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An ambitious college student with a packed schedule, Maggie had only a couple of weeks off between the end of her spring semester and the beginning of her summer study program at St. Jude Children’s Research Hospital in 2010. Getting picked for the program at St. Jude had been an honor. Only a select few students from her college were awarded slots; as a chemistry major planning to pursue a medical degree, Maggie was thrilled to have been chosen.
Maggie had a few things to cross off her to-do list while she was home. For one thing, she needed an MRI to determine the cause of her nagging leg pain – it seemed like no big deal. She underwent the MRI, and later drove with a friend to find out the results. What she learned in the doctor’s office that day was devastating: Maggie had cancer. The next time she entered St. Jude, it would be as a patient and not as a student. She was terrified.
“I started weeping,” said Maggie. “I was very dramatic and out of control. I kind of had a panic attack in there.”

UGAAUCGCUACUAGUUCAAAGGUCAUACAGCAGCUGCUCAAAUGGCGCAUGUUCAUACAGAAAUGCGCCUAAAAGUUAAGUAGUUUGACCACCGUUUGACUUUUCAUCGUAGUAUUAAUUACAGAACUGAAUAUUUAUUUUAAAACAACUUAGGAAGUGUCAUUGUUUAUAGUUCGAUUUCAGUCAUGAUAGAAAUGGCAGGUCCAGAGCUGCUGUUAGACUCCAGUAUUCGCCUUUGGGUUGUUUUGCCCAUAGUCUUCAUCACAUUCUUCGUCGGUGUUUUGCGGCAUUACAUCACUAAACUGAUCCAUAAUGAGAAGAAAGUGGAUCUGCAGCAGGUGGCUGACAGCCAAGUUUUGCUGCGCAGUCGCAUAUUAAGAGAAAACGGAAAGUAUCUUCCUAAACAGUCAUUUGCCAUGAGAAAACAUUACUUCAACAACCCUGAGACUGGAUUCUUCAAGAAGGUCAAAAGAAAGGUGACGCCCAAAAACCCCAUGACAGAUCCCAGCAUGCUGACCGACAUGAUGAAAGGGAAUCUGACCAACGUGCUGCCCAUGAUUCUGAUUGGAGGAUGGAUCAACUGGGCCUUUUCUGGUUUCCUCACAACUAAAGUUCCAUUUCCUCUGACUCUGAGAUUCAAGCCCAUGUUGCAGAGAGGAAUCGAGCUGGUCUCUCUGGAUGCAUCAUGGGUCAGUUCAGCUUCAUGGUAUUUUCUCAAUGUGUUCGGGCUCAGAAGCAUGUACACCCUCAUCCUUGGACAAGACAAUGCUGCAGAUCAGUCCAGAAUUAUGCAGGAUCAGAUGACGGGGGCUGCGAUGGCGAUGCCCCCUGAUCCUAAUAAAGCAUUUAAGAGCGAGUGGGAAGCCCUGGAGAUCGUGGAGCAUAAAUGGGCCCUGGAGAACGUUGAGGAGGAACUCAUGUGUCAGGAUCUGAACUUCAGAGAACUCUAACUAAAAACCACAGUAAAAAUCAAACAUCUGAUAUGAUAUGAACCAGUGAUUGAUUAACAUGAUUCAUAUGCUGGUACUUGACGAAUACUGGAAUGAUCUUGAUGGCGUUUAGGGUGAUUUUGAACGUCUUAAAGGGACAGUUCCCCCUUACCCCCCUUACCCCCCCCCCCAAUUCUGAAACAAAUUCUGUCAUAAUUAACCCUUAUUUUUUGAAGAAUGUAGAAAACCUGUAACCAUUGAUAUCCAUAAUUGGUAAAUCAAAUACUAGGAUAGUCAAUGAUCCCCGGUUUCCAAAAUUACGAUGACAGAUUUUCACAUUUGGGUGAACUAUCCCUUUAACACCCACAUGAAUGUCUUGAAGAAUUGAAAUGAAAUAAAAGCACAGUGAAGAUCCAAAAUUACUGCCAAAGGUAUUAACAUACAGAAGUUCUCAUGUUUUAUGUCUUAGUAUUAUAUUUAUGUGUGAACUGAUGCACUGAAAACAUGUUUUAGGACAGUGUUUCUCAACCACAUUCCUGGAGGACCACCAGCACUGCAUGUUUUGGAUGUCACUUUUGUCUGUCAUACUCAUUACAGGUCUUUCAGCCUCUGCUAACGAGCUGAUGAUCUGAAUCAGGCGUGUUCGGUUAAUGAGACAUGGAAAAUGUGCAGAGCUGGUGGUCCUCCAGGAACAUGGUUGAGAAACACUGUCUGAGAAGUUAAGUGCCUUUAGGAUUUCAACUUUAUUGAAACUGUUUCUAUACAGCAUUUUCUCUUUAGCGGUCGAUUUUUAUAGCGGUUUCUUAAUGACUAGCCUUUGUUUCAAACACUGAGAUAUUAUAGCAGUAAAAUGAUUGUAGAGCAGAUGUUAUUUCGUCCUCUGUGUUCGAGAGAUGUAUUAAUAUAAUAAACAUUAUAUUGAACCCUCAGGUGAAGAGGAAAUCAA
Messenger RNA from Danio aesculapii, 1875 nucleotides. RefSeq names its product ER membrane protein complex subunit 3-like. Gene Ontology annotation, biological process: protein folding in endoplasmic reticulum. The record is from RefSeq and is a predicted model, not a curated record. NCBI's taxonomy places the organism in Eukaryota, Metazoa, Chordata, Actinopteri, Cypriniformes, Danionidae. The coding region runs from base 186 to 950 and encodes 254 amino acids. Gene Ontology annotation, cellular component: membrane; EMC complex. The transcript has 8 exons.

Maggie was found to be suffering from Ewing sarcoma. Ewing sarcoma family tumors are small, round cell tumors that arise either in bone or soft tissues. Maggie’s tumor was located in her right tibia bone and the surrounding soft tissue. At St. Jude, Maggie began receiving chemotherapy. She then had surgery to remove the tumor-ravaged bone. Her tibia was replaced with a metal rod, and once she recovered, she began physical therapy to help her gain strength and mobility. Her chemotherapy continued for several months after that.
To keep herself busy while she went through treatment, Maggie wrote and took guitar lessons. She also focused on learning how to cook and learning Japanese from a St. Jude fellow. Still, she says, there were times when she had to work hard to overcome the physical effects of chemotherapy. When she felt especially bad, she practiced breathing exercises and imagined herself being larger than the molecules that make up the drugs.
Maggie is grateful for her care team at St. Jude. And as strange as it may sound, she has happy memories of the hospital
“St. Jude is not a place of mourning,” Maggie says. “It’s a happy, positive place full of people all going through the same thing. And every doctor, every nurse, every person behind a desk is one of the nicest people you’ll ever meet.”
Maggie has finished treatment and is continuing her college studies.